While the demands for independence made by political actors in South Tyrol and Veneto were made on economic grounds (to stop sending their hard-earned cash to ‘corrupt’ officials in Rome) as much as identity concerns, the situation is quite different in another Italian region. Lying 200km off the Italian coast, the island of Sardinia is one of the poorest regions in Europe. Sardinia had a history of semi-independence through its position in the Kingdom of Sardinia, and the island was granted special status in the Italian constitution of 1948.
This was largely due to the formidable inter-war nationalist movement, which won 36 per cent of the vote in Sardinian elections in 1919. The Partito Sardo d’Azione (Psd’Az) demanded self-determination within a federal Italian state and the recognition of Sardinia’s distinctiveness. But although the Psd’Az was a catalyst for recognition of Sardinia’s specialità, its electoral fortunes have waned and other parties in Sardinia have taken up the banner. In particular, three new nationalist parties that seek independence – the Partito dei Sardi, Rossomori and Indipendentzia Repubrica de Sardigna (iRS) – are currently in coalition government in Sardinia with the centre-left, and are trying to re-write Sardinia’s special statute (constitutional law) to give it more powers.
Moreover, several days after the Veneto plebiscite in March, the Psd’Az declared that it was going to hold its own referendum on independence – having now moved to supporting secession. The Psd’Az also pledged to bring another motion to the regional assembly calling for an official referendum on independence. The Psd’Az had already tried this before in 2012, when the motion had failed by one vote. Next time, however, given the popularity of independence referendums in Scotland, Catalonia and Veneto, we may expect to see a plebiscite on independence approved in Sardinia too.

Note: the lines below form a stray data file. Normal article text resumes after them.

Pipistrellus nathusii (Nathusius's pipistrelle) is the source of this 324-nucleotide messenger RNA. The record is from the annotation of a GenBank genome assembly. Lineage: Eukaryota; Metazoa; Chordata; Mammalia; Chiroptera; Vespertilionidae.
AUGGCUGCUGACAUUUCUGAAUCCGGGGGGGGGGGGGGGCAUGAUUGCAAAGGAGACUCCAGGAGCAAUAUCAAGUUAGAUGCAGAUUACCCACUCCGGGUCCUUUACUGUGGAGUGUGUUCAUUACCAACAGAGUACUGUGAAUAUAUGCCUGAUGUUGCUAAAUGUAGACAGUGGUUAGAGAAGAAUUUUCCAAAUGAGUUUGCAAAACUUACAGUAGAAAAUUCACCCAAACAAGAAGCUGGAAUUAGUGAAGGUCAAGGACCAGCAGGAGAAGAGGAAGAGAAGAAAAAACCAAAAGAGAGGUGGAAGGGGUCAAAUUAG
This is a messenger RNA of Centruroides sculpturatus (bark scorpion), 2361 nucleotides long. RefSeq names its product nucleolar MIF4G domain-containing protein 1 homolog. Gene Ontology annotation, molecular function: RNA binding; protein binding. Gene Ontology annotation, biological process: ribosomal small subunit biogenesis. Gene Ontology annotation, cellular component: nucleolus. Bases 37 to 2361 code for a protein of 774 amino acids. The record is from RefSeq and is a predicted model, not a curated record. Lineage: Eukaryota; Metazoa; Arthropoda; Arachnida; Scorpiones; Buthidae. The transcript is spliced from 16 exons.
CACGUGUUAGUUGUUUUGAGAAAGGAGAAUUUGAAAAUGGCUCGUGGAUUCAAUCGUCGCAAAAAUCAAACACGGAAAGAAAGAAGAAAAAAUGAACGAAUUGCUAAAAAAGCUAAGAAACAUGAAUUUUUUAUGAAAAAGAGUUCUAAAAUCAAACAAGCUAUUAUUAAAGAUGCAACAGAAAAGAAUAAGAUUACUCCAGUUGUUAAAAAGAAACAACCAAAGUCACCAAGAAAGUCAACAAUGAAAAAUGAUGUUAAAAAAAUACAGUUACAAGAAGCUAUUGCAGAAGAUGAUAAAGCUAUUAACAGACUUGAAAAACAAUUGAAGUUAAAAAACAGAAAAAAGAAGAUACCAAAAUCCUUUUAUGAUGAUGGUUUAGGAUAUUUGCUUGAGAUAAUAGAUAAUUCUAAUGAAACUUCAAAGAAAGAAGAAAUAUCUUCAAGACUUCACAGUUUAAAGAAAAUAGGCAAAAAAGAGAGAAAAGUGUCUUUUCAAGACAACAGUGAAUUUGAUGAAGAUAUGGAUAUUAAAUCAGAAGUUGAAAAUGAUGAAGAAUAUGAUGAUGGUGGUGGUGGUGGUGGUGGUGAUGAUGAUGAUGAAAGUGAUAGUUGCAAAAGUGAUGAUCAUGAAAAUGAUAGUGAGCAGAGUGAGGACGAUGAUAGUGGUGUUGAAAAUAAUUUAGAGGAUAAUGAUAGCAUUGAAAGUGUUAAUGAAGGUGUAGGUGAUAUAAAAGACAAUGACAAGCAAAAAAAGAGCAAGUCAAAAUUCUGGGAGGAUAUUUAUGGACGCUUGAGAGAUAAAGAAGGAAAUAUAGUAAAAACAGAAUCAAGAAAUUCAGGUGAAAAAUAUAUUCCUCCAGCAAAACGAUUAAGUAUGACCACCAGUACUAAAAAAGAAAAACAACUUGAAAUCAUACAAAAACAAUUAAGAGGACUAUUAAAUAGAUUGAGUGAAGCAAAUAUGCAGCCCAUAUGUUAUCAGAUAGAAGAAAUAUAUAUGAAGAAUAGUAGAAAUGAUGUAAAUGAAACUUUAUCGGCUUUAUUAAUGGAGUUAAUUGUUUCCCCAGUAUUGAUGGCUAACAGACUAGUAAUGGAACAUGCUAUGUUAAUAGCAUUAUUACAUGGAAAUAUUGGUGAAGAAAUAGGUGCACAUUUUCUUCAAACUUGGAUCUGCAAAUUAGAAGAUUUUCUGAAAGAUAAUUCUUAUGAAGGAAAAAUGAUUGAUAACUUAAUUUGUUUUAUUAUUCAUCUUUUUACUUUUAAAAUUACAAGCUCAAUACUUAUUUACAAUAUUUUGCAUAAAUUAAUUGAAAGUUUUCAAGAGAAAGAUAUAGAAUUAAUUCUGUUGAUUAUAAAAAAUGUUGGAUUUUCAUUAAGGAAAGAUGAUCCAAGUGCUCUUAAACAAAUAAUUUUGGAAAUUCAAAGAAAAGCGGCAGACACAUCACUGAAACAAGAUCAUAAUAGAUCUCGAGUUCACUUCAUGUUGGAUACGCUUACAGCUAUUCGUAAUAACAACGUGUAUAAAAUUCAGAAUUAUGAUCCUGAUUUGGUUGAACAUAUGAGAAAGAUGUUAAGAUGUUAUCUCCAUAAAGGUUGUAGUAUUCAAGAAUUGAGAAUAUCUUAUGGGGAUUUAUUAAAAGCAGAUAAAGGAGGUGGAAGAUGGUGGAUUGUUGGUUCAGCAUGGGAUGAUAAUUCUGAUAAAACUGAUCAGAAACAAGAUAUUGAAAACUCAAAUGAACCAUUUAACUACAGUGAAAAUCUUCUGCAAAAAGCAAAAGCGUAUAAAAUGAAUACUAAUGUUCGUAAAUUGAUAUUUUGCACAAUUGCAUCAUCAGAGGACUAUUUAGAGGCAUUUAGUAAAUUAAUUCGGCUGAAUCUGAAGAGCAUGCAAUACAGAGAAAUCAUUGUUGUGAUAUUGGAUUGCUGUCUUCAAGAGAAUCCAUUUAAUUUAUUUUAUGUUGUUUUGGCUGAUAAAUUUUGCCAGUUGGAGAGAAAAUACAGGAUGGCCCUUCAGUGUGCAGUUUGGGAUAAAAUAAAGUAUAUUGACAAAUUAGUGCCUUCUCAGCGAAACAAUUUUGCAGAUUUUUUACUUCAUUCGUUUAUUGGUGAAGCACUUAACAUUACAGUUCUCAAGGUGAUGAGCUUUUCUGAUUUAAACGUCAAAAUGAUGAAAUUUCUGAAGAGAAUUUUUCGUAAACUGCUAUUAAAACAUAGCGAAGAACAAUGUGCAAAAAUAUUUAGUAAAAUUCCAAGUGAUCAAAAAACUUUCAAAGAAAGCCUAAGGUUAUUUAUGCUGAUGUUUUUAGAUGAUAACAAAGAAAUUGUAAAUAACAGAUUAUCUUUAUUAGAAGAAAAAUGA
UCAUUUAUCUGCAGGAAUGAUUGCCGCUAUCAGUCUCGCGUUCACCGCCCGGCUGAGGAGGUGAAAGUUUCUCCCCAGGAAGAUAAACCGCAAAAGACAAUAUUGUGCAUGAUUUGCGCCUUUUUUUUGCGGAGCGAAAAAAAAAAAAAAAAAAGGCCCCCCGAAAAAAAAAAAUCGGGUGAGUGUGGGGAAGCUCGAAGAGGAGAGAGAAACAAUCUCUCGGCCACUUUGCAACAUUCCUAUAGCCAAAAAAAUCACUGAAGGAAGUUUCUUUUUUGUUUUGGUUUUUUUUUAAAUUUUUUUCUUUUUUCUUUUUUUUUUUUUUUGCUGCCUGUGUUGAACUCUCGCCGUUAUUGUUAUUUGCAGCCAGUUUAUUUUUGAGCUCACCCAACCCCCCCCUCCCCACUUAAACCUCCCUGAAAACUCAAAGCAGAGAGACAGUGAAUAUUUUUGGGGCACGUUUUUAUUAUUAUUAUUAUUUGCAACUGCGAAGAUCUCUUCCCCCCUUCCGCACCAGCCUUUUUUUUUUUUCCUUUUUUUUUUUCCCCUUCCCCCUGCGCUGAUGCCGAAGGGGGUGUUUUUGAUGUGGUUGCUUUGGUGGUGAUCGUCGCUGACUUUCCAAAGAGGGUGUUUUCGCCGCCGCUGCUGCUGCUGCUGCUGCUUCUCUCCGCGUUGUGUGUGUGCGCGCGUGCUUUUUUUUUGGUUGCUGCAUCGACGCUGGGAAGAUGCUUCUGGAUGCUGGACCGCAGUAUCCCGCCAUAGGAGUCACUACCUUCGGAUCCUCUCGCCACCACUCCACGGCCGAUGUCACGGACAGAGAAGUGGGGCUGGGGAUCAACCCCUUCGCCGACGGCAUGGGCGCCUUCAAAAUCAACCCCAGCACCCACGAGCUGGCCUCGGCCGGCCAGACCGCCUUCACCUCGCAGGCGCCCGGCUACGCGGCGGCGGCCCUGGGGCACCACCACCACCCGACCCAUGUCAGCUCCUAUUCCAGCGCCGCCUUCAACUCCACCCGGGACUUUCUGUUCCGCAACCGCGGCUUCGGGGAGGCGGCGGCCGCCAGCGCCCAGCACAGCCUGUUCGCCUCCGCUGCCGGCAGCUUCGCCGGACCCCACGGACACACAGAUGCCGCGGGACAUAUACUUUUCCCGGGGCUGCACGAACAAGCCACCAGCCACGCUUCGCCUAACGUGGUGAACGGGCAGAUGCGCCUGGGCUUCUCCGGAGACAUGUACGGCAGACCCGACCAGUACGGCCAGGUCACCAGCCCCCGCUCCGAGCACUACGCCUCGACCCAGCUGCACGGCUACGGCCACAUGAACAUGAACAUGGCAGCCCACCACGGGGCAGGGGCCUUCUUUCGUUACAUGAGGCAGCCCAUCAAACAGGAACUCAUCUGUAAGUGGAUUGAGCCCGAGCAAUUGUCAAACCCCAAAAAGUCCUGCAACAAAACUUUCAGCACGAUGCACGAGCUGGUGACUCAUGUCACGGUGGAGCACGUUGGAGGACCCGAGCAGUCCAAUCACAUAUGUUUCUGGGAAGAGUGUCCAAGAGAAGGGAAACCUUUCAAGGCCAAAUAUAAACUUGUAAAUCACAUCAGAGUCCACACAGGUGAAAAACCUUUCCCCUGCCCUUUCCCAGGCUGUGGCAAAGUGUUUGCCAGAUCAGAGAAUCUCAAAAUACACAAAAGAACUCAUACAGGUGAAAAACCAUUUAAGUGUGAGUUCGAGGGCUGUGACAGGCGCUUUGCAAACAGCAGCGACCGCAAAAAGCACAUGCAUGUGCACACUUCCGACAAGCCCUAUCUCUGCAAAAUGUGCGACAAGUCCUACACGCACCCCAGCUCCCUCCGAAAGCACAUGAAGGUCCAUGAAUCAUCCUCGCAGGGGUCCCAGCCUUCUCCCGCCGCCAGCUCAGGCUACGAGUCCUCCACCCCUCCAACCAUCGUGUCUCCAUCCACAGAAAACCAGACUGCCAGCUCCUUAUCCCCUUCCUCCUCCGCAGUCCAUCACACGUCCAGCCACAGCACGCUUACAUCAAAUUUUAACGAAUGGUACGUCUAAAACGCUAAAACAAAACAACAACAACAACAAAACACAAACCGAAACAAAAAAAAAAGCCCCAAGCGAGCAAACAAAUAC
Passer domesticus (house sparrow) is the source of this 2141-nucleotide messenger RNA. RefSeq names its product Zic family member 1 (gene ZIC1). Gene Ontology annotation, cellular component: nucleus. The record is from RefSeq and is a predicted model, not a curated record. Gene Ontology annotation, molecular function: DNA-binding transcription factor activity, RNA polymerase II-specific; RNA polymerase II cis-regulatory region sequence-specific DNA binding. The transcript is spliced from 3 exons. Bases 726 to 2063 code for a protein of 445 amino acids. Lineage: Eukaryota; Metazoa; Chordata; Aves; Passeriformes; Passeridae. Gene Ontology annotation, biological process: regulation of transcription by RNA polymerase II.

The ‘domino effect’ on Italian independence movements
What these three independence-seeking movements clearly have in common is their growing confidence in holding a plebiscite on independence in light of the growing success of such movements elsewhere. The Sardinian nationalists have made numerous references to Scotland in their discourse and demands for independence, and some parties – such as Partito dei Sardi – have been forging ties with the Scottish National Party. In Veneto, the cross-party organisation ‘Veneto decides’ – which includes the Liga Veneta and other independence-seeking parties – make multiple references to Scotland and Catalonia as the two ‘most important nascent republics’ in Europe other than Veneto. In South Tyrol, the regional media and independence-seeking parties make frequent references to the referendums in Scotland and Veneto. And across Italy, the national media has focused on the Scottish and Catalan referendums in terms of their potential impact on regionalist fervour in Italy.